Pixie Dust by Kathe Kruse
If you’re one of the countless people who loves Effanbee Dolls, then you’ll love the new Pixie Dust by Kathe Kruse. Designed for all skin types, this cosmetics product is an excellent way to give your face a radiant shine, while still providing natural, healthy skin. Its sheer color and unique formula will leave you feeling happy and radiant for days!
The history of Kathe Kruse Dolls began in 1916 with the “Dollhouse Dolls” and continued with the Schlenkerchen, Traumerchen, and the Pixie in 1922. A decade later, the company produced the eight-inch Kathe Kruse doll, The Faithful Child. The pixie was modeled after Friedebald Kruse.
Initially, the Effanbee Dolls factory in Bad Kosen, Germany, produced only a few models of dolls, primarily for exhibitions. The dolls were called “Doll I” due to their serial numbers, a designation that continues to be used today. The factory began in a modest house on Friedrichstrasse, and then moved to a more spacious former schoolhouse. The factory started producing different models of dolls and began to advertise their products in international magazines and shops throughout Germany and Europe.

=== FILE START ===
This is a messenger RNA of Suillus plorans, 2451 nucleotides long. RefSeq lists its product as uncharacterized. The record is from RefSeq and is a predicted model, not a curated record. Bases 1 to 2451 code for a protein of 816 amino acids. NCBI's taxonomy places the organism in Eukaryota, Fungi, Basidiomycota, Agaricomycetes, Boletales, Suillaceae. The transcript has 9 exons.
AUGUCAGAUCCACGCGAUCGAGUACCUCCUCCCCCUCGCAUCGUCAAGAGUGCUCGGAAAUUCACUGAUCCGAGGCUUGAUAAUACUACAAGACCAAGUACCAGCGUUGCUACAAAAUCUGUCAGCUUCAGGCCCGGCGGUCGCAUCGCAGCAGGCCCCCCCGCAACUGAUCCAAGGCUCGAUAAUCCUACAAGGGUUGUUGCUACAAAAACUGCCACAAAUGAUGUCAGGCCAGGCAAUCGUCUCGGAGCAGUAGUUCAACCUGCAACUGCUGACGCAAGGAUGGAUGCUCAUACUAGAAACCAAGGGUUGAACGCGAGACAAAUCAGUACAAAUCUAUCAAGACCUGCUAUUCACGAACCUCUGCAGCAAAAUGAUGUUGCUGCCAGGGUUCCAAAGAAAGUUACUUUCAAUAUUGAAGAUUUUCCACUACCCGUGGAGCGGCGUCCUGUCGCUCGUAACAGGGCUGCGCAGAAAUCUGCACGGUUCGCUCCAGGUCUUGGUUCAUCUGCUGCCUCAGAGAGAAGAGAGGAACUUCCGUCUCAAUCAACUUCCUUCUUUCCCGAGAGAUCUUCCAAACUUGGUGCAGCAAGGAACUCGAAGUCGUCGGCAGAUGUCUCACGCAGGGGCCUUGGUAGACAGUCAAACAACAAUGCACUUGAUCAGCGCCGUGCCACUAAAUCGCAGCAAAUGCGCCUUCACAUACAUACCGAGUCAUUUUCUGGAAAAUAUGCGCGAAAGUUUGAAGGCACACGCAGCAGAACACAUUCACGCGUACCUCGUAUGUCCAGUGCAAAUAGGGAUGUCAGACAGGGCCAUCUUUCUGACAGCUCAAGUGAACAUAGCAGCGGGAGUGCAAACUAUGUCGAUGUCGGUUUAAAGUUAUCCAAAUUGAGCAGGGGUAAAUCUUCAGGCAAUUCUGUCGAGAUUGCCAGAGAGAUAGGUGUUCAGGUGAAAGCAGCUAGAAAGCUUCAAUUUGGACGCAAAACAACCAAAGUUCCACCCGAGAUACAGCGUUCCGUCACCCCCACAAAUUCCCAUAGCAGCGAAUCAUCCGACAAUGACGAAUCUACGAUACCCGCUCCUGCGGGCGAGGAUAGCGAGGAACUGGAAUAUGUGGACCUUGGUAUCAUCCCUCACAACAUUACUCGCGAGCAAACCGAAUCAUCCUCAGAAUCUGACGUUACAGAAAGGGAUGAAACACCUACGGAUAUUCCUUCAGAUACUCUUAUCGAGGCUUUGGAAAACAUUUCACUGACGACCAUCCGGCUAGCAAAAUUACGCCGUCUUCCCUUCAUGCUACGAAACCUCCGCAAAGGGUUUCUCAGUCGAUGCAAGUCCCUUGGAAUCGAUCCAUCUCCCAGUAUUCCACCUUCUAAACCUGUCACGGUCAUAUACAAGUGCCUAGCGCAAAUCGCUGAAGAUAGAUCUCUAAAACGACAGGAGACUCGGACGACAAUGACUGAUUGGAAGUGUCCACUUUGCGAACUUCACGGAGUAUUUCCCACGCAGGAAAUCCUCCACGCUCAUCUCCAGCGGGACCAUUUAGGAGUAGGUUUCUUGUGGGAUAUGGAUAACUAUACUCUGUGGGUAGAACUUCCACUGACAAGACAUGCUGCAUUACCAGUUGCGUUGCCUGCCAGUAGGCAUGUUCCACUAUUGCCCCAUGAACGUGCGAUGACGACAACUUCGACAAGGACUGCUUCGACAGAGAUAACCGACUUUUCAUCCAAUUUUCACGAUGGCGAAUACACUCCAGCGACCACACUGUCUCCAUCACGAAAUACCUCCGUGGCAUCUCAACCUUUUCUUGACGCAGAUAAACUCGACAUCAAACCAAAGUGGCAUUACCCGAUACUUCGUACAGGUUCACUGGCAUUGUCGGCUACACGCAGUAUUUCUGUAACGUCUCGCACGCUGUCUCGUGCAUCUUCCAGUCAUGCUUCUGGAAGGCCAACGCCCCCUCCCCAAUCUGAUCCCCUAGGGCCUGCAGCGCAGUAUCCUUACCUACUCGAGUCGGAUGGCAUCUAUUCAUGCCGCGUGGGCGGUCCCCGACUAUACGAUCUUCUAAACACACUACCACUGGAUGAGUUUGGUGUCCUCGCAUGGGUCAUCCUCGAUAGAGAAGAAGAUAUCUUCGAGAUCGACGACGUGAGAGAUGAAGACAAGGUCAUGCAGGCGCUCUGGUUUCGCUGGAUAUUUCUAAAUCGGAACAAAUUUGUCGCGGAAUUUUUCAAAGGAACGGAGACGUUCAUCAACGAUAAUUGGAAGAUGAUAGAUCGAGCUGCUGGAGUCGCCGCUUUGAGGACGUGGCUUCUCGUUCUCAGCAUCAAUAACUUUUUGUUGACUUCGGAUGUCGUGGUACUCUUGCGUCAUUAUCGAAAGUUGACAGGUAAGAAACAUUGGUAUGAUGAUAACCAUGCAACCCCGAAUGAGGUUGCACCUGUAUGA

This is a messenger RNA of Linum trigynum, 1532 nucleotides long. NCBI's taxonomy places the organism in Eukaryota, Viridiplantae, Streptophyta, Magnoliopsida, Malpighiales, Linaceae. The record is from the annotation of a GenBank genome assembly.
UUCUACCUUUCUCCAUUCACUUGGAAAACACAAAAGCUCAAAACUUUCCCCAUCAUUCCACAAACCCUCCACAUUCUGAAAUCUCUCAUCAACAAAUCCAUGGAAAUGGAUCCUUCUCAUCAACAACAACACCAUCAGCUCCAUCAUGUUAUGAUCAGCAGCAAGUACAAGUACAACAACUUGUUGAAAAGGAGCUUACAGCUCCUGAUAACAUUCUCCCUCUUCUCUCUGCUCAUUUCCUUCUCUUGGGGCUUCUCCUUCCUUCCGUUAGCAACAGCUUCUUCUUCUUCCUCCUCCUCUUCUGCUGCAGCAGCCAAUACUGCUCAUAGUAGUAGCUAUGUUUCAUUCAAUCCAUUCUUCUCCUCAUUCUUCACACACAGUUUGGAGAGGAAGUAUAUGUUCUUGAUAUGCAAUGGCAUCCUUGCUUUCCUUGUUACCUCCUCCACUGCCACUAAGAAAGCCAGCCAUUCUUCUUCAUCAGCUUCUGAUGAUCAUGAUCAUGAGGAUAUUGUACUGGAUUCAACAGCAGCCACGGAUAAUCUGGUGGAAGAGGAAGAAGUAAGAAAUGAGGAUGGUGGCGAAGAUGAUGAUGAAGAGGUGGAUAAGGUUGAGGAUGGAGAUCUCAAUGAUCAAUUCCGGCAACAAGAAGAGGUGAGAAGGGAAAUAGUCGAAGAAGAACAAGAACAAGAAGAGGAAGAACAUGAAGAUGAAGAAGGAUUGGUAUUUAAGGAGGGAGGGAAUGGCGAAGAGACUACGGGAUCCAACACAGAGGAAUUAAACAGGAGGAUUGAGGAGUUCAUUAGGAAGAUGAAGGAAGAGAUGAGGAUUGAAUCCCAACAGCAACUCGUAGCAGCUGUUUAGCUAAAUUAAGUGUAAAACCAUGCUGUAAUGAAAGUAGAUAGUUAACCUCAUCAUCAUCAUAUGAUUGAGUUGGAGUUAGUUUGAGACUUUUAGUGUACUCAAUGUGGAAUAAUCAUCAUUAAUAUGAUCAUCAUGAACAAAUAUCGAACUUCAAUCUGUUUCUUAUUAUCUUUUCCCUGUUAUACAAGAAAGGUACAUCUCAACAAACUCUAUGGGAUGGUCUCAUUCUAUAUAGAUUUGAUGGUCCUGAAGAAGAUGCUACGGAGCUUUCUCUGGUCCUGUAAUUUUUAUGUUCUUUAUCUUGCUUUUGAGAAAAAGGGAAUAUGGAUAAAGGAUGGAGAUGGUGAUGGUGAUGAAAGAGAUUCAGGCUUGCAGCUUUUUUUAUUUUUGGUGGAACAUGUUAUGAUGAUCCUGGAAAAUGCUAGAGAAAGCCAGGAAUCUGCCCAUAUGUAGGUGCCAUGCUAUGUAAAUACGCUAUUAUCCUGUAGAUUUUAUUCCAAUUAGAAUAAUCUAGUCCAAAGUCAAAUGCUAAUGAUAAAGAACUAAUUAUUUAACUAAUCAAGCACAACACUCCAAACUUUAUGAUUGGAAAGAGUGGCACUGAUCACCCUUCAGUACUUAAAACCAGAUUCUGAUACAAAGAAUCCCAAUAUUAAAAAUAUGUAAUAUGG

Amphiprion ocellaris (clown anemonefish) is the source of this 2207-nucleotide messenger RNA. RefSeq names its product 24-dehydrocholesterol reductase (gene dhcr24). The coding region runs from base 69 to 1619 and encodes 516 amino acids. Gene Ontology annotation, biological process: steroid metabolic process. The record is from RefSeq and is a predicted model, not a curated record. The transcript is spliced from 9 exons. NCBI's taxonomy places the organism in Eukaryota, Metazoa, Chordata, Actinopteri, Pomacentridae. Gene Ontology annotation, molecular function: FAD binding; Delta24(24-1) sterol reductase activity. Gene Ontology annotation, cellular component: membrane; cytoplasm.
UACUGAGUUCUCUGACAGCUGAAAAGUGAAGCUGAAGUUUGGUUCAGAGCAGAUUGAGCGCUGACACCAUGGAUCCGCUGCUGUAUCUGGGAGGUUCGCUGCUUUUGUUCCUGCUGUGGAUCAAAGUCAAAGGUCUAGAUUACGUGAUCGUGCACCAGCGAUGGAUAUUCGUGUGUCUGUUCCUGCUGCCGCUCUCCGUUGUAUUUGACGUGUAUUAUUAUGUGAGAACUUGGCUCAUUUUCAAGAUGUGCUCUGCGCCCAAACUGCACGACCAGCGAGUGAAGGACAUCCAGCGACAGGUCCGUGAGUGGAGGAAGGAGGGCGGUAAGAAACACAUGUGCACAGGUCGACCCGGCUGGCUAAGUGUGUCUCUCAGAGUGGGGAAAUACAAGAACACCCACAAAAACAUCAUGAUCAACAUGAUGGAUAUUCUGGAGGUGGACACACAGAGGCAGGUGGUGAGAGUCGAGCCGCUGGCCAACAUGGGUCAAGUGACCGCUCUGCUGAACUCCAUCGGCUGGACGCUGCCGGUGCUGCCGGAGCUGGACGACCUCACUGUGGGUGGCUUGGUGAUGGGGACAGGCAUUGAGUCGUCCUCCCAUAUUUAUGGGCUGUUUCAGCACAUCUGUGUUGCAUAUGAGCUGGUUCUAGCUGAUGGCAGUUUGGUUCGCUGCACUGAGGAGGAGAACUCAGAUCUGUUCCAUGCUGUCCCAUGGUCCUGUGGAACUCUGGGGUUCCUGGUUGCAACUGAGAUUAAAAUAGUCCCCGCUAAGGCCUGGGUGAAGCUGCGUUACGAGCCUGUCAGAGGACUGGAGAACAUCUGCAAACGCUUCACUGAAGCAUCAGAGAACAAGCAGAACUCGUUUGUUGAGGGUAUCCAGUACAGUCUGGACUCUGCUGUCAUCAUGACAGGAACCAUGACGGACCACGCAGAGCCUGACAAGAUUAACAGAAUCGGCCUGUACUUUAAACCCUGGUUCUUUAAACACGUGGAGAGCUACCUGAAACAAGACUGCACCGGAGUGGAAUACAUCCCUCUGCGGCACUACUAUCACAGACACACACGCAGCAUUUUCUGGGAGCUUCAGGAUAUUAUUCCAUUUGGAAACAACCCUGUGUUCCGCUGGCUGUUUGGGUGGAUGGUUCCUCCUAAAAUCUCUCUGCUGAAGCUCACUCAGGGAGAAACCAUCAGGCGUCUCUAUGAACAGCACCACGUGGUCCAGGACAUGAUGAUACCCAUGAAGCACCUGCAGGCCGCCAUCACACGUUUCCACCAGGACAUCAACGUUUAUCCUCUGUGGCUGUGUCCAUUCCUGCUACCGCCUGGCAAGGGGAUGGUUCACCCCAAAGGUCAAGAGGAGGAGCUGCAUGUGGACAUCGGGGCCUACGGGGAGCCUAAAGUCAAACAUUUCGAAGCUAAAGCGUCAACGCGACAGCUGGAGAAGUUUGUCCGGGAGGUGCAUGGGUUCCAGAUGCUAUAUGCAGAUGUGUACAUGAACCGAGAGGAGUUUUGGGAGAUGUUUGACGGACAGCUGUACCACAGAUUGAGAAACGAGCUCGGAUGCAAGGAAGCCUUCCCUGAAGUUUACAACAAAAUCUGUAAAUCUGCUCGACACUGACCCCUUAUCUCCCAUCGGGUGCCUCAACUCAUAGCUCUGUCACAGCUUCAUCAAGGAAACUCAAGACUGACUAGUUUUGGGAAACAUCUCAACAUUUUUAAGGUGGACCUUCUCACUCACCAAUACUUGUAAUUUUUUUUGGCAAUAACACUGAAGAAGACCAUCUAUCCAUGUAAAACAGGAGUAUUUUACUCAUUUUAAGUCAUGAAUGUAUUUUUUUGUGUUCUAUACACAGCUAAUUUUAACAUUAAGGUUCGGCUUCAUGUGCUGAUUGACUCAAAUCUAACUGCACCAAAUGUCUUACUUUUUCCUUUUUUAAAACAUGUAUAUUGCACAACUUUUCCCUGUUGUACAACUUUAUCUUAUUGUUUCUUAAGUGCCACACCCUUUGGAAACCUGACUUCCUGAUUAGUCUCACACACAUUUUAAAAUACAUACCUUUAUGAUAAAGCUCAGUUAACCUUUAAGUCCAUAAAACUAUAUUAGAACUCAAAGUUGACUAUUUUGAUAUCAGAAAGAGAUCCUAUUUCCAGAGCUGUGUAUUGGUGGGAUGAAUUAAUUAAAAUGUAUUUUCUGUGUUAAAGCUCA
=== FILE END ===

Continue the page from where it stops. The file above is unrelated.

The original composition of Effanbee Dolls is faithfully recreated with this new line. The Patsy doll, as with Patricia, is a 14-inch porcelain figure dressed in a blueberry print dress with blueberry beads and handmade navy leather mary-janes. Patsy is a faithful reproduction of the original, with a tiny handmade mary-jane shoe. Both dolls are part of the Classic Playthings collection.
The design of Effanbee Dolls started as a response to a request by Kathe Kruse’s daughter Maria for a doll for Christmas in 1905. Maria wanted a doll that she could care for and cuddle. When Max Kruse first went shopping for a doll for Maria in Berlin, he was unimpressed by the stiff, cold quality of most bisque dolls. The young sculptor encouraged his wife to design a doll for Maria for Christmas and began making dolls for all of his children.
The Kathe Kruse Doll Company began production in Germany in 1911 and subsequently worked with the Lawton Doll Company. After the war, the company’s original factory was absorbed into the Soviet system. Some of its workers emigrated to the United States, while others remained in the area and continued the production. The company continued to produce Kathe Kruse Dolls until the 1990s when it was sold to the Hape Doll Company.